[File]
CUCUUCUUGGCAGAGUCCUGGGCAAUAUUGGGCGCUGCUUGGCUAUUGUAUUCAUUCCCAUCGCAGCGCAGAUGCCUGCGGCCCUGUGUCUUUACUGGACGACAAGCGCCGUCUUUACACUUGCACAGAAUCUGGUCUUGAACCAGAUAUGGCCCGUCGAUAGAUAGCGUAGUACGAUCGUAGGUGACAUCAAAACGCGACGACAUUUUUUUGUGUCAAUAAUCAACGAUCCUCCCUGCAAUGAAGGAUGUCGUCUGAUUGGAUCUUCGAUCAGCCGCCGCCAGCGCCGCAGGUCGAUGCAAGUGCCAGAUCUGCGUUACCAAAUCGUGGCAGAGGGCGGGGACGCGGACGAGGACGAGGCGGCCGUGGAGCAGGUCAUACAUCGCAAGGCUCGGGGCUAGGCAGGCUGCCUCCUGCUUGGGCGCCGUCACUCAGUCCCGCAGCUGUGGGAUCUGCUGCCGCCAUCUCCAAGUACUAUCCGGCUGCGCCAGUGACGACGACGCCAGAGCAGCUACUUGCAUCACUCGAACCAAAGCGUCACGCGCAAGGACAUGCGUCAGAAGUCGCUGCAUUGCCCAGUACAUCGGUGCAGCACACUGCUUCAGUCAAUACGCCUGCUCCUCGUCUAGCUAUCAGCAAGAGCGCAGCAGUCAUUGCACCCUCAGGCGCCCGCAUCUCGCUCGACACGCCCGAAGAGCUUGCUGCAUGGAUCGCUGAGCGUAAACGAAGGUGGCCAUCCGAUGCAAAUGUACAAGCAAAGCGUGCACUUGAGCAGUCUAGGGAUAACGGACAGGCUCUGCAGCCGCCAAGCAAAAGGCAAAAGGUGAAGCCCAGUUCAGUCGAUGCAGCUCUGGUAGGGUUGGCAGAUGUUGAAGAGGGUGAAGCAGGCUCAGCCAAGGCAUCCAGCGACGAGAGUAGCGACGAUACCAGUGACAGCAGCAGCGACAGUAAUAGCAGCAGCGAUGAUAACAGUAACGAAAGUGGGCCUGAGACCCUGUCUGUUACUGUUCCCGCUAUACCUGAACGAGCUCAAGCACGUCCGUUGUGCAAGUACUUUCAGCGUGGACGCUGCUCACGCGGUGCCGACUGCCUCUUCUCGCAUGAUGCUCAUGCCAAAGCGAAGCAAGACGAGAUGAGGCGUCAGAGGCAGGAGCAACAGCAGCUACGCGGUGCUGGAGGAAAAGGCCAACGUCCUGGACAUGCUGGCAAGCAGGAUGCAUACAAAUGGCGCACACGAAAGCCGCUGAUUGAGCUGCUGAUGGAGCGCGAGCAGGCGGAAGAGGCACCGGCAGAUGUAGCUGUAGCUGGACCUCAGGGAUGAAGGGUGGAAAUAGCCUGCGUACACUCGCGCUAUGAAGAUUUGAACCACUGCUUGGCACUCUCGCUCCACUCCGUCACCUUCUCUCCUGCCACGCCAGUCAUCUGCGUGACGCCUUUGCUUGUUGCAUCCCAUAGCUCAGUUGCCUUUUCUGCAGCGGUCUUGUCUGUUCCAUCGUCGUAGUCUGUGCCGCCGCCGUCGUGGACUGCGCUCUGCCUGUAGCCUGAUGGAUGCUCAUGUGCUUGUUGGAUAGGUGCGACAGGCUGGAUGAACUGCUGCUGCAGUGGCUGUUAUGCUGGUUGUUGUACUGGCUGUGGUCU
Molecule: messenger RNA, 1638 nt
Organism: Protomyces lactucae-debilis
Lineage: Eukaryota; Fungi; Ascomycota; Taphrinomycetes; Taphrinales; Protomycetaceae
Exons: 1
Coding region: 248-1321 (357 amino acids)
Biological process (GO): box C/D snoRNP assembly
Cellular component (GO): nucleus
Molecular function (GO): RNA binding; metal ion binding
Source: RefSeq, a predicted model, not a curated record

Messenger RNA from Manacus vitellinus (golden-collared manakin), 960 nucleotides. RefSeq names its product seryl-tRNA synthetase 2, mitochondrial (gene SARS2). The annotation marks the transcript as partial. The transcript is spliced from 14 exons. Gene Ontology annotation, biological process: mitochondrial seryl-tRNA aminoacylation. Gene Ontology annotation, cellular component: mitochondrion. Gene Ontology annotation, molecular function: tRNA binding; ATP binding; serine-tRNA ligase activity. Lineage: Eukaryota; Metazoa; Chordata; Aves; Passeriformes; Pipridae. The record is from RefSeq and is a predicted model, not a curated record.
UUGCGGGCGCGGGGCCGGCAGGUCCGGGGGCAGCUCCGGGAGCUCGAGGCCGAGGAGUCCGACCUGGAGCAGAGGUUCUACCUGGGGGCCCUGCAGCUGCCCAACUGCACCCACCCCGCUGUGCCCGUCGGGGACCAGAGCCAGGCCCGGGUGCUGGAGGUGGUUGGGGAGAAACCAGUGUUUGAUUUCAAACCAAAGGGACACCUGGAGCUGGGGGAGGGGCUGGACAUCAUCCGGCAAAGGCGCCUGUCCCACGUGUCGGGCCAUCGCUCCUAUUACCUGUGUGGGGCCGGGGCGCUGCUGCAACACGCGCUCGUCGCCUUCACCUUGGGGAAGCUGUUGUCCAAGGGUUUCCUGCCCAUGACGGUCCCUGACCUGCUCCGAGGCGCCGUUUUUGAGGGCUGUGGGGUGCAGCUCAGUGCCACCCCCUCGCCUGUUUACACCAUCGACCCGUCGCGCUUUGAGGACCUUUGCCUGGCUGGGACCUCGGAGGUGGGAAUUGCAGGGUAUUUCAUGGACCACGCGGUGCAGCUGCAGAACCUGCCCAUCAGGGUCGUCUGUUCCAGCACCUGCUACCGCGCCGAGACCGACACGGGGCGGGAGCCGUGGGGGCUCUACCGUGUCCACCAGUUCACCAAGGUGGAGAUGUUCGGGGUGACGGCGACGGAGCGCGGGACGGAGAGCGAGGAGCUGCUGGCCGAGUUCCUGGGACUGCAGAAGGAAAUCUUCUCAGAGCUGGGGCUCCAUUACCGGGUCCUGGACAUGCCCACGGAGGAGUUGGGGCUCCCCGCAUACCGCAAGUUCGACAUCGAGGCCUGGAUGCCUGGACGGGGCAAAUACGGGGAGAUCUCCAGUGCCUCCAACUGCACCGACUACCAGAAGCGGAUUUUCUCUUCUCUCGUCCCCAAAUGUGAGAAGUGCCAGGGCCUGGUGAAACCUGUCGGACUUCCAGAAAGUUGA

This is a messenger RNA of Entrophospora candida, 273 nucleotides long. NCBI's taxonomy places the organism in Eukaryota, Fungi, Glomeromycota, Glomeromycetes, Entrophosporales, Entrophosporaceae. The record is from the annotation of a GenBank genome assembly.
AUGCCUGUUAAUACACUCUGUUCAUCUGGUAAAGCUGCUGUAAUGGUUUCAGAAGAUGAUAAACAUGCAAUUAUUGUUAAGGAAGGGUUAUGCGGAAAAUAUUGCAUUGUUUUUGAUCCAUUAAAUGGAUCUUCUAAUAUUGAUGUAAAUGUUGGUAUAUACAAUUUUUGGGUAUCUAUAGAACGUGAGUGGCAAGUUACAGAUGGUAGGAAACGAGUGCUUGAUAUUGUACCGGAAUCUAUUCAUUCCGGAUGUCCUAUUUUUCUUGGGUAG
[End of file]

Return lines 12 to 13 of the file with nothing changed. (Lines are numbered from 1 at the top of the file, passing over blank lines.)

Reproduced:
UUGCGGGCGCGGGGCCGGCAGGUCCGGGGGCAGCUCCGGGAGCUCGAGGCCGAGGAGUCCGACCUGGAGCAGAGGUUCUACCUGGGGGCCCUGCAGCUGCCCAACUGCACCCACCCCGCUGUGCCCGUCGGGGACCAGAGCCAGGCCCGGGUGCUGGAGGUGGUUGGGGAGAAACCAGUGUUUGAUUUCAAACCAAAGGGACACCUGGAGCUGGGGGAGGGGCUGGACAUCAUCCGGCAAAGGCGCCUGUCCCACGUGUCGGGCCAUCGCUCCUAUUACCUGUGUGGGGCCGGGGCGCUGCUGCAACACGCGCUCGUCGCCUUCACCUUGGGGAAGCUGUUGUCCAAGGGUUUCCUGCCCAUGACGGUCCCUGACCUGCUCCGAGGCGCCGUUUUUGAGGGCUGUGGGGUGCAGCUCAGUGCCACCCCCUCGCCUGUUUACACCAUCGACCCGUCGCGCUUUGAGGACCUUUGCCUGGCUGGGACCUCGGAGGUGGGAAUUGCAGGGUAUUUCAUGGACCACGCGGUGCAGCUGCAGAACCUGCCCAUCAGGGUCGUCUGUUCCAGCACCUGCUACCGCGCCGAGACCGACACGGGGCGGGAGCCGUGGGGGCUCUACCGUGUCCACCAGUUCACCAAGGUGGAGAUGUUCGGGGUGACGGCGACGGAGCGCGGGACGGAGAGCGAGGAGCUGCUGGCCGAGUUCCUGGGACUGCAGAAGGAAAUCUUCUCAGAGCUGGGGCUCCAUUACCGGGUCCUGGACAUGCCCACGGAGGAGUUGGGGCUCCCCGCAUACCGCAAGUUCGACAUCGAGGCCUGGAUGCCUGGACGGGGCAAAUACGGGGAGAUCUCCAGUGCCUCCAACUGCACCGACUACCAGAAGCGGAUUUUCUCUUCUCUCGUCCCCAAAUGUGAGAAGUGCCAGGGCCUGGUGAAACCUGUCGGACUUCCAGAAAGUUGA

This is a messenger RNA of Entrophospora candida, 273 nucleotides long. NCBI's taxonomy places the organism in Eukaryota, Fungi, Glomeromycota, Glomeromycetes, Entrophosporales, Entrophosporaceae. The record is from the annotation of a GenBank genome assembly.